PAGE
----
- Stabilization – you will move into your room at the detox center, living there for the duration of your detox. Medical care will be provided, and you will have prescription doses of medications provided as needed to keep you safe from high fevers, seizures, high blood pressure, or other issues that can come up during detox, as well as medications to ease suffering, keep you comfortable, and ensure you are able to rest and heal your body and your mind as the toxins are purged from your system. You will also begin seeing therapists or counselors during this time to help you through the emotional lows and stress of detoxing, as well as begin the process of healing the underlying roots of your addiction.
- Facilitation – detox is the first step down a long road to alcohol recovery, and it is always recommended to follow your detox program with a rehabilitation plan, so you can overcome the psychological, emotional, social, behavioral, and physical aspects of your addiction along with co-occurring disorders like PTSD or mental health issues. You will work on your sobriety, your mental health, and your behavioral health in a safe and supportive environment, through inpatient treatment and/or outpatient rehab programs. Your treatment will be tailored to help you with the issues you most need to overcome and may include life skills or vocational skills training, career and education counseling, case management services, legal help, and other practical assistance so you can leave rehab feeling ready to move forward and live independently, instead of being buried under paperwork or feeling dependent on others to get through life.
How Long Do Psychological Alcohol Withdrawal Symptoms Last?
Every person’s experience with alcohol withdrawal is unique because everybody has lived their own life experiences, has their own genetic and metabolic differences, and has their own physical and mental health issues. That being said, there is a general alcohol withdrawal timeline.
- Within 6 hours: you may experience mild symptoms like anxiety, vomiting, nausea, sweating, insomnia, headache, and shaky hands
- Within 12-48 hours: you may begin to have more serious issues like hallucinations and agitation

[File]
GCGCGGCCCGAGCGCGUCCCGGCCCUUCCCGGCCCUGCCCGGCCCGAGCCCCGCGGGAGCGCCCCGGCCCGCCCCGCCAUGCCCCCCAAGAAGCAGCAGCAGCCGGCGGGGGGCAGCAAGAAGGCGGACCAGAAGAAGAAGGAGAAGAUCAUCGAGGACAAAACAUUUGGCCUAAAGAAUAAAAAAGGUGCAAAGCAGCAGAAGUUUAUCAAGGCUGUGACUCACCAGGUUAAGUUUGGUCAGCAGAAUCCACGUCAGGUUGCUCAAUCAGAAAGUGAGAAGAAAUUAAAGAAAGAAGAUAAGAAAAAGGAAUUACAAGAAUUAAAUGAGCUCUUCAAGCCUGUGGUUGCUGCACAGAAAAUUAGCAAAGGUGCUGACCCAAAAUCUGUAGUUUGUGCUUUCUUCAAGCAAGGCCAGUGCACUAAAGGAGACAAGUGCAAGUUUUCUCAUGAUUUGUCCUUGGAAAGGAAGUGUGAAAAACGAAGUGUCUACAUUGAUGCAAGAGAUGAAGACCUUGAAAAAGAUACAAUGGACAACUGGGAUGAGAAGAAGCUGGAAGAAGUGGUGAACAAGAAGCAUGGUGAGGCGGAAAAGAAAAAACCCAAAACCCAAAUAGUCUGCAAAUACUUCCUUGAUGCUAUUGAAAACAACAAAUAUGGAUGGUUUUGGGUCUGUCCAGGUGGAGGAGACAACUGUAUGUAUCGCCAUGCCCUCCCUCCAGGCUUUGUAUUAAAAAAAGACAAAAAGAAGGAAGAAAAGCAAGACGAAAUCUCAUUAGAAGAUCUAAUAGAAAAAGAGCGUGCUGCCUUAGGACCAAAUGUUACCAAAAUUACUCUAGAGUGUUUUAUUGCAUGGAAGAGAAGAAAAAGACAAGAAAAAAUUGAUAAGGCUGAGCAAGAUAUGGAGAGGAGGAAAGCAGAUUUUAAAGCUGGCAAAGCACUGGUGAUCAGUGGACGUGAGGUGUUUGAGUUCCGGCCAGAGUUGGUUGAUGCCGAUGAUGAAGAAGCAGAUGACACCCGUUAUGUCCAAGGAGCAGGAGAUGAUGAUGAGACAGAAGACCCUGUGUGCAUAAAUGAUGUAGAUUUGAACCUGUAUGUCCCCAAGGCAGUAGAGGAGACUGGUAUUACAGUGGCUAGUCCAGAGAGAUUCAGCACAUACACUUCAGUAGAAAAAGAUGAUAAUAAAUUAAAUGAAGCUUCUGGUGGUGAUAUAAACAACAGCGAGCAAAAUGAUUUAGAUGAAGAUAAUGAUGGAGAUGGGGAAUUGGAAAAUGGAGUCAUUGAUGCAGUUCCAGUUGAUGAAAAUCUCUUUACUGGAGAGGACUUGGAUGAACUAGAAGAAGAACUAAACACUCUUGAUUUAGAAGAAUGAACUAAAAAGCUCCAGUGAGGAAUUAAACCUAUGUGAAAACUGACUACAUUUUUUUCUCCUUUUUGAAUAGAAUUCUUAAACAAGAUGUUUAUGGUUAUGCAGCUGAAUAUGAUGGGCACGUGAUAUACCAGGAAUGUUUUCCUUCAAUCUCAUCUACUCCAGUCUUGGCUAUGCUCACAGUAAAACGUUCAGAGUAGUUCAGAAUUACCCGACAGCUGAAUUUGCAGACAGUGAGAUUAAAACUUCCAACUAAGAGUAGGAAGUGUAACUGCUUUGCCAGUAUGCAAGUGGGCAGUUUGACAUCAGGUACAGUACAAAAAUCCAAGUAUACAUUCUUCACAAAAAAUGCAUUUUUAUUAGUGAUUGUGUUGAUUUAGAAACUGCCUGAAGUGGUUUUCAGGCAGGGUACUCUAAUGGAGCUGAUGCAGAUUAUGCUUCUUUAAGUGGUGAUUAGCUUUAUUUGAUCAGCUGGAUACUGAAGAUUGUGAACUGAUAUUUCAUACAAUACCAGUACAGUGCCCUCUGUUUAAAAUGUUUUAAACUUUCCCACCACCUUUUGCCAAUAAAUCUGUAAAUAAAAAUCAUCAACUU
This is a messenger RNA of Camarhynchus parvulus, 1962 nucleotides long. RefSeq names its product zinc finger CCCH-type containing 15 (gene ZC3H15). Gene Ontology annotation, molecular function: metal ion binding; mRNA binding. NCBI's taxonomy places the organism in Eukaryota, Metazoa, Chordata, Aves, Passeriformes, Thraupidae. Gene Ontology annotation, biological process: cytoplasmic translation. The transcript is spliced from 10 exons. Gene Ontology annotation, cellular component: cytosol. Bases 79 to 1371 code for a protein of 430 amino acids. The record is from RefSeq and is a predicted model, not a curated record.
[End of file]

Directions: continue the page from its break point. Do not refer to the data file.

- Within 48-72 hours: the worst of your withdrawal symptoms will show up, including high blood pressure, confusion, delusional thinking, fever, seizures, and delirium tremens
- After about three days, you will begin to feel better each day, with the majority of people completing their detox program in between 3 and 10 days.
Post-Acute Withdrawal Syndrome (PAWS)
Post-Acute Withdrawal Syndrome (PAWS) is an issue that some patients experience in which their withdrawal symptoms will reappear, go away, and then come back again for weeks or even months after their detox period. PAWS symptoms can include mood swings, depression, anxiety, low libido, fatigue, aggressive behavior, insomnia, difficulty concentrating, memory problems, and alcohol cravings. This can be a difficult syndrome to manage, but if you are equipped with a strong support system, a relapse prevention program, and coping strategies, you will be able to get through PAWS without experiencing a relapse.
Safe Alcohol Detox at Sylvan Detox
Sylvan Detox offers a safe, effective, and efficient detox program that includes:
- A full psychiatric evaluation and physical health evaluation before beginning
- Full-time on-site nursing (24 hours a day), with a doctor on-call day and night
- Prescription medications are provided to keep you safe and help keep you comfortable
- A meeting with a certified therapist at least once a day
- Medication-assisted treatment plans if needed for alcohol detox, benzodiazepine drugs, and opioids
- An easy transition into inpatient rehab inside our treatment center
With our high-quality medical care and oversight, long-term case management services and relapse prevention programs, holistic treatments, evidence-based therapies, and up to 47 hours of group therapy per week, you will recover in our luxury detox and rehabilitation center, with connections to outpatient rehab, sober living homes, and 12-step programs in your area for continued support as you return to your everyday life as a newly sober individual. Please call us today at (818) 308-3099 to learn more about our facility, insurance coverage, and how we can help you stop drinking for good.